Dynamics of lateral ventricle and cerebrospinal fluid in normal and hydrocephalic brains. Zhu, D. C.; Xenos, M.; Linninger, A. A.; and Penn, R. D. Journal of Magnetic Resonance Imaging, 24(4):756--770, 2006.
Dynamics of lateral ventricle and cerebrospinal fluid in normal and hydrocephalic brains [link]Paper  doi  abstract   bibtex   
To develop quantitative MRI techniques to measure, model, and visualize cerebrospinal fluid (CSF) hydrodynamics in normal subjects and hydrocephalic patients.Velocity information was obtained using time-resolved (CINE) phase-contrast imaging of different brain regions. A technique was developed to measure the change of lateral ventricle (LV) size. The temporal relationships between the LV size change, CSF movement, and blood flow could then be established. The data were incorporated into a first-principle CSF hydrodynamic model. The model was then used to generate specific predictions about CSF pressure relationships. To better-visualize the CSF flow, a color-coding technique based on linear transformations was developed that represents the magnitude and direction of the velocity in a single cinematic view.The LV volume change of the eight normal subjects was 0.901 ± 0.406%. Counterintuitively, the LV decreases as the choroid plexus expands, so that they act together to produce the CSF oscillatory flow. The amount of oscillatory flow volume is 21.7 ± 10.6% of the volume change of the LV from its maximum to its minimum.The quantification and visualization techniques, together with the mathematical model, provide a unique approach to understanding CSF flow dynamics. J. Magn. Reson. Imaging 2006. © 2006 Wiley-Liss, Inc.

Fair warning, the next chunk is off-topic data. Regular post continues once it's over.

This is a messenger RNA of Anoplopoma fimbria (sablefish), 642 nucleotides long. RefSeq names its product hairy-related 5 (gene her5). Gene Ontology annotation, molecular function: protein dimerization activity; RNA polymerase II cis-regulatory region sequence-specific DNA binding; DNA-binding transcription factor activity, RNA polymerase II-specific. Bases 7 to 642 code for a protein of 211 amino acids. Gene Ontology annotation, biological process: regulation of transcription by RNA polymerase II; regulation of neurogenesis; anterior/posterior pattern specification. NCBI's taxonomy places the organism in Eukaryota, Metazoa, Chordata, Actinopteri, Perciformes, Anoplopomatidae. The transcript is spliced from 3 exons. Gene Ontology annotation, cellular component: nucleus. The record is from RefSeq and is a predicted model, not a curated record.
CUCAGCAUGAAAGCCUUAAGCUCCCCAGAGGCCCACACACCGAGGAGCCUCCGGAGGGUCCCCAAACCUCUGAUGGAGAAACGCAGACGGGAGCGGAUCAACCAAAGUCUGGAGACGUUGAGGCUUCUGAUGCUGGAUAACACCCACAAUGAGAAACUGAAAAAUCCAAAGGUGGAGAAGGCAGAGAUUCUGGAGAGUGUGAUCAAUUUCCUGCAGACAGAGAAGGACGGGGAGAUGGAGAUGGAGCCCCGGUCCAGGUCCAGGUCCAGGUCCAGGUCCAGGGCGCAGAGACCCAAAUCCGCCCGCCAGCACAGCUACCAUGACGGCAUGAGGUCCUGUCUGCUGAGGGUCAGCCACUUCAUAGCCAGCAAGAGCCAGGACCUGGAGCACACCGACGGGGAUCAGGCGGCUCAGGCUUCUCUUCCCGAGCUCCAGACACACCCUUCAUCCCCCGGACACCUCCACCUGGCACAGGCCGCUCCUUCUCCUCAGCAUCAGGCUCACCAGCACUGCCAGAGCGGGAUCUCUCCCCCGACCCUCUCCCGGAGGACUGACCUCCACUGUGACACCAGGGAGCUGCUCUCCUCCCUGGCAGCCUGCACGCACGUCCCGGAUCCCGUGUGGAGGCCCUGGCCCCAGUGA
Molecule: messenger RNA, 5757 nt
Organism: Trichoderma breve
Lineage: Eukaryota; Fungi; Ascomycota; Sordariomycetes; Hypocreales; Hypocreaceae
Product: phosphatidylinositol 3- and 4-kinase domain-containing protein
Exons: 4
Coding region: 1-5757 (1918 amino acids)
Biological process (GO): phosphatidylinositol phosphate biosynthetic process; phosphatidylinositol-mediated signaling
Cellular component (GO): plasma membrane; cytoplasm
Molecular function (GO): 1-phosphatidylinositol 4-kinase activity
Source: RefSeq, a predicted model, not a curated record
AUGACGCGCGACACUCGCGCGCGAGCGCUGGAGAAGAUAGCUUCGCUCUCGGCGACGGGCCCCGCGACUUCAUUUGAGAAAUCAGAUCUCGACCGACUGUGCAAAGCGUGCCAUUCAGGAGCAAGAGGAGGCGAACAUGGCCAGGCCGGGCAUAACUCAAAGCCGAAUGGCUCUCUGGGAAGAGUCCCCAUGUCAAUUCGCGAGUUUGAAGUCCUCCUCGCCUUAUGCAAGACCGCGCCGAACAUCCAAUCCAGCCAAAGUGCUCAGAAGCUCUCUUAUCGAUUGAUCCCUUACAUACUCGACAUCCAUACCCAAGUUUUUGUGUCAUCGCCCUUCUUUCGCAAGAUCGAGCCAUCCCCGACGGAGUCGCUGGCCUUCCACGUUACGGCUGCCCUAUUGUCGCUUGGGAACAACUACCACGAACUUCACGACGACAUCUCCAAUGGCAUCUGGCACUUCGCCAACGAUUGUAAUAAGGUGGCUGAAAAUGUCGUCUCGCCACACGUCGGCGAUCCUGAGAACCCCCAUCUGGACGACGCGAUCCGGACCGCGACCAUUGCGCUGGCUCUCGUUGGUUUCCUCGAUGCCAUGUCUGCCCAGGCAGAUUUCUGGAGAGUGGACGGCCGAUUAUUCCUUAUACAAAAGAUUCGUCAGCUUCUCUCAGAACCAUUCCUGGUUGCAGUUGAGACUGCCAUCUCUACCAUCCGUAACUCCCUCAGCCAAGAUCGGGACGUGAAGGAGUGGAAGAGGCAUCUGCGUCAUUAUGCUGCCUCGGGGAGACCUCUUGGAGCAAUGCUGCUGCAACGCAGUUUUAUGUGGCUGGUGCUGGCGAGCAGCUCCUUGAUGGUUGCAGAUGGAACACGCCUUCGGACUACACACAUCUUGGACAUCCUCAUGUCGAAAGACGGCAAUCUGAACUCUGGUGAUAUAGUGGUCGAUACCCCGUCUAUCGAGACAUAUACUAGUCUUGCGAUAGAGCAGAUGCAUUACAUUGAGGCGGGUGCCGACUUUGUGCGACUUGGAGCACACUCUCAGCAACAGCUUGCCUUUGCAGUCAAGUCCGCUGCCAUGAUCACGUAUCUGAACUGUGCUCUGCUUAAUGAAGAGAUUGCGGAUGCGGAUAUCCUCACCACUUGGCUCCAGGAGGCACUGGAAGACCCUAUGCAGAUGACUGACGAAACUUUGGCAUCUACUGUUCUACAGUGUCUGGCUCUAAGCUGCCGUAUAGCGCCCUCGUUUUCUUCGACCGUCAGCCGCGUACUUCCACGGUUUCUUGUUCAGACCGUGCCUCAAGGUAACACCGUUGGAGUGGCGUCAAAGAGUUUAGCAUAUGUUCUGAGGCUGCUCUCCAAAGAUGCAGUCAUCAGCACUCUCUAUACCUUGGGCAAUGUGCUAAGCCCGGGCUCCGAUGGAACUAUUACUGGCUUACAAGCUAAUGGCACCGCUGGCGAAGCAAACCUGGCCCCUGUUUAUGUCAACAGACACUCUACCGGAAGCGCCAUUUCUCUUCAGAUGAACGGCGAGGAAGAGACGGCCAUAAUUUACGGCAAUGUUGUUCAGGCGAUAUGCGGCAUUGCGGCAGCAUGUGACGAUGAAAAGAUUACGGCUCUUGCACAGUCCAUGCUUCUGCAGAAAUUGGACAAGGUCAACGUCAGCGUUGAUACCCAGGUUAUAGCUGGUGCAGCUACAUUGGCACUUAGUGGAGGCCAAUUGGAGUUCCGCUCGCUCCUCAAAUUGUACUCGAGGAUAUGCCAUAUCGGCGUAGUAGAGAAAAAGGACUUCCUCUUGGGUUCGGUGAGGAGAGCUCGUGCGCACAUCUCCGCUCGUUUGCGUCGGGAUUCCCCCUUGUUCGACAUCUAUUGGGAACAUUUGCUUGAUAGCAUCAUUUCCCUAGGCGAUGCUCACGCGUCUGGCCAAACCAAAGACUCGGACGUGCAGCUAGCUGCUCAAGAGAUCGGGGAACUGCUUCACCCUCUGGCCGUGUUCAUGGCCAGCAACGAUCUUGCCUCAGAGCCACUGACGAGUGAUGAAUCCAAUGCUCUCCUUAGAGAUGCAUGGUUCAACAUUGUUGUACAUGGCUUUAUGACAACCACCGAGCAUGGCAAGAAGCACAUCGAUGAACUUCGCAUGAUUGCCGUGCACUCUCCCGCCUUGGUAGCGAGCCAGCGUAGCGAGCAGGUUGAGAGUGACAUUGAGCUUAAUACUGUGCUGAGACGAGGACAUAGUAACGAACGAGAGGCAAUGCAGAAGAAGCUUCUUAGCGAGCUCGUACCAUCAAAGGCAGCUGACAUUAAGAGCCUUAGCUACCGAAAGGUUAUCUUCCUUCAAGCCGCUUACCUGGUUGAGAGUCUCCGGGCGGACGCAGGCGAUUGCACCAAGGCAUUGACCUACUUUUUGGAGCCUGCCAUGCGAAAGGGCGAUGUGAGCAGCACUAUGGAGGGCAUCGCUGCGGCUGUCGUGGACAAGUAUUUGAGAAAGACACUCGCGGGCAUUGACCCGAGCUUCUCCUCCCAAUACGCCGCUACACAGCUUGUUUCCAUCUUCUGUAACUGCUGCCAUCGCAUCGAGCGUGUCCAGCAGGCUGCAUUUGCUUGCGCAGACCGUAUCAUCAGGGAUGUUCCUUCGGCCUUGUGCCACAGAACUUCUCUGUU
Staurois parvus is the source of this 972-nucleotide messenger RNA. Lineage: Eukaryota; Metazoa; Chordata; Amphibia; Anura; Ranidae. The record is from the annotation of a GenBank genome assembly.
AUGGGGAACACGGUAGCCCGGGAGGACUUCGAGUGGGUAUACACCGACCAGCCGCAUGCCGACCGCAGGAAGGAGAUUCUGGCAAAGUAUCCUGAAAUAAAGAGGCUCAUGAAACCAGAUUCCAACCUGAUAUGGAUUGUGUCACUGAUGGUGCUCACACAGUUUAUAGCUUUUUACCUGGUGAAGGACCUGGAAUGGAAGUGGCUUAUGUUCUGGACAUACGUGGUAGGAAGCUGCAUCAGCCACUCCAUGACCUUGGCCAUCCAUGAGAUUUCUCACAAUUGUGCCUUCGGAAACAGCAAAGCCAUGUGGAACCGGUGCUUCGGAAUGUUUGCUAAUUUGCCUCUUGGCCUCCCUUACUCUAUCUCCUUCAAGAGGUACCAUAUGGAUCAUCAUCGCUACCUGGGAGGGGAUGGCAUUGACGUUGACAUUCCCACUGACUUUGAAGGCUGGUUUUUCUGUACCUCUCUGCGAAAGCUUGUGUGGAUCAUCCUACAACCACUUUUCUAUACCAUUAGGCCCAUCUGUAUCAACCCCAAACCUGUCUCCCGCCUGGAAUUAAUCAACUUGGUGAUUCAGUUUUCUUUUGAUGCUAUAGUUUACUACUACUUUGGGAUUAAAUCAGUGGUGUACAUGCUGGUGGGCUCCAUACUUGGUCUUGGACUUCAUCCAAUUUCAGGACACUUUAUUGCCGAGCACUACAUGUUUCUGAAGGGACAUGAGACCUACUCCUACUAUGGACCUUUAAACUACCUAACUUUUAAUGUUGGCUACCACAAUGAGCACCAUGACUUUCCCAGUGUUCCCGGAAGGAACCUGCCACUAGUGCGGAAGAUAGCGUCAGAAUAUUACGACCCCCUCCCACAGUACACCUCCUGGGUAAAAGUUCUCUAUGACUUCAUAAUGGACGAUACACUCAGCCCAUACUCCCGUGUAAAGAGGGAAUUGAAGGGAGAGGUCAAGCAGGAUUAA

@article{zhu_dynamics_2006,
	title = {Dynamics of lateral ventricle and cerebrospinal fluid in normal and hydrocephalic brains},
	volume = {24},
	url = {http://dx.doi.org/10.1002/jmri.20679},
	doi = {10.1002/jmri.20679},
	abstract = {To develop quantitative MRI techniques to measure, model, and visualize cerebrospinal fluid (CSF) hydrodynamics in normal subjects and hydrocephalic patients.Velocity information was obtained using time-resolved (CINE) phase-contrast imaging of different brain regions. A technique was developed to measure the change of lateral ventricle (LV) size. The temporal relationships between the LV size change, CSF movement, and blood flow could then be established. The data were incorporated into a first-principle CSF hydrodynamic model. The model was then used to generate specific predictions about CSF pressure relationships. To better-visualize the CSF flow, a color-coding technique based on linear transformations was developed that represents the magnitude and direction of the velocity in a single cinematic view.The LV volume change of the eight normal subjects was 0.901 ± 0.406\%. Counterintuitively, the LV decreases as the choroid plexus expands, so that they act together to produce the CSF oscillatory flow. The amount of oscillatory flow volume is 21.7 ± 10.6\% of the volume change of the LV from its maximum to its minimum.The quantification and visualization techniques, together with the mathematical model, provide a unique approach to understanding CSF flow dynamics. J. Magn. Reson. Imaging 2006. © 2006 Wiley-Liss, Inc.},
	number = {4},
	urldate = {2009-08-27},
	journal = {Journal of Magnetic Resonance Imaging},
	author = {Zhu, David C. and Xenos, Michalis and Linninger, Andreas A. and Penn, Richard D.},
	year = {2006},
	pages = {756--770}
}
Downloads: 0